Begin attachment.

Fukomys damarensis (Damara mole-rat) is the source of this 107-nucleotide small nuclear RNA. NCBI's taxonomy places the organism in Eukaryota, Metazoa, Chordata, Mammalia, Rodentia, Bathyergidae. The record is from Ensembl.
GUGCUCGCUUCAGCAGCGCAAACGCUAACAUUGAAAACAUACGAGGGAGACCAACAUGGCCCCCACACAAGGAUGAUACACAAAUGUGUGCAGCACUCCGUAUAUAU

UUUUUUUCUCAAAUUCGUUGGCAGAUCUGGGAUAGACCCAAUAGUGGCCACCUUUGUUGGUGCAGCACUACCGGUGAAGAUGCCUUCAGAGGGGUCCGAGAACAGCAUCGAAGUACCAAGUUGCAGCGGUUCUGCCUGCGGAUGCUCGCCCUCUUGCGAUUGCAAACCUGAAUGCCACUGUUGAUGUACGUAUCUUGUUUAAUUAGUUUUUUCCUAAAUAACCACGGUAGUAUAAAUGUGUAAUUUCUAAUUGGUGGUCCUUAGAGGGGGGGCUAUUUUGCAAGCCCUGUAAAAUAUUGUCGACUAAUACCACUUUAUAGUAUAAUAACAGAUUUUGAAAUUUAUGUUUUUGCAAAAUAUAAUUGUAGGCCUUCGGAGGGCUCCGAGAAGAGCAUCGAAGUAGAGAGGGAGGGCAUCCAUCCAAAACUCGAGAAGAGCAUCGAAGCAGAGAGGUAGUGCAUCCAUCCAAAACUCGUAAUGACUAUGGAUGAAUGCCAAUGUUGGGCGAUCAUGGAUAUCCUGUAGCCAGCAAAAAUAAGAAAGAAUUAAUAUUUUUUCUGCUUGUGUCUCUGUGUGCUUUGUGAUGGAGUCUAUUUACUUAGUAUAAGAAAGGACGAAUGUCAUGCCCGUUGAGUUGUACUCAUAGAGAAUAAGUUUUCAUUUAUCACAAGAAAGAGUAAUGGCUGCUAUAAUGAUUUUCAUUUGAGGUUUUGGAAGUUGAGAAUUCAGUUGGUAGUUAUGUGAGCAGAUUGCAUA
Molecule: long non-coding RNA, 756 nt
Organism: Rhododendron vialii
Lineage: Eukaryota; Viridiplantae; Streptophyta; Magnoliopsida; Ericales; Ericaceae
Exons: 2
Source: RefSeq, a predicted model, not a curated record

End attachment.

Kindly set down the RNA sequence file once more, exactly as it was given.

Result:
Fukomys damarensis (Damara mole-rat) is the source of this 107-nucleotide small nuclear RNA. NCBI's taxonomy places the organism in Eukaryota, Metazoa, Chordata, Mammalia, Rodentia, Bathyergidae. The record is from Ensembl.
GUGCUCGCUUCAGCAGCGCAAACGCUAACAUUGAAAACAUACGAGGGAGACCAACAUGGCCCCCACACAAGGAUGAUACACAAAUGUGUGCAGCACUCCGUAUAUAU

UUUUUUUCUCAAAUUCGUUGGCAGAUCUGGGAUAGACCCAAUAGUGGCCACCUUUGUUGGUGCAGCACUACCGGUGAAGAUGCCUUCAGAGGGGUCCGAGAACAGCAUCGAAGUACCAAGUUGCAGCGGUUCUGCCUGCGGAUGCUCGCCCUCUUGCGAUUGCAAACCUGAAUGCCACUGUUGAUGUACGUAUCUUGUUUAAUUAGUUUUUUCCUAAAUAACCACGGUAGUAUAAAUGUGUAAUUUCUAAUUGGUGGUCCUUAGAGGGGGGGCUAUUUUGCAAGCCCUGUAAAAUAUUGUCGACUAAUACCACUUUAUAGUAUAAUAACAGAUUUUGAAAUUUAUGUUUUUGCAAAAUAUAAUUGUAGGCCUUCGGAGGGCUCCGAGAAGAGCAUCGAAGUAGAGAGGGAGGGCAUCCAUCCAAAACUCGAGAAGAGCAUCGAAGCAGAGAGGUAGUGCAUCCAUCCAAAACUCGUAAUGACUAUGGAUGAAUGCCAAUGUUGGGCGAUCAUGGAUAUCCUGUAGCCAGCAAAAAUAAGAAAGAAUUAAUAUUUUUUCUGCUUGUGUCUCUGUGUGCUUUGUGAUGGAGUCUAUUUACUUAGUAUAAGAAAGGACGAAUGUCAUGCCCGUUGAGUUGUACUCAUAGAGAAUAAGUUUUCAUUUAUCACAAGAAAGAGUAAUGGCUGCUAUAAUGAUUUUCAUUUGAGGUUUUGGAAGUUGAGAAUUCAGUUGGUAGUUAUGUGAGCAGAUUGCAUA
Molecule: long non-coding RNA, 756 nt
Organism: Rhododendron vialii
Lineage: Eukaryota; Viridiplantae; Streptophyta; Magnoliopsida; Ericales; Ericaceae
Exons: 2
Source: RefSeq, a predicted model, not a curated record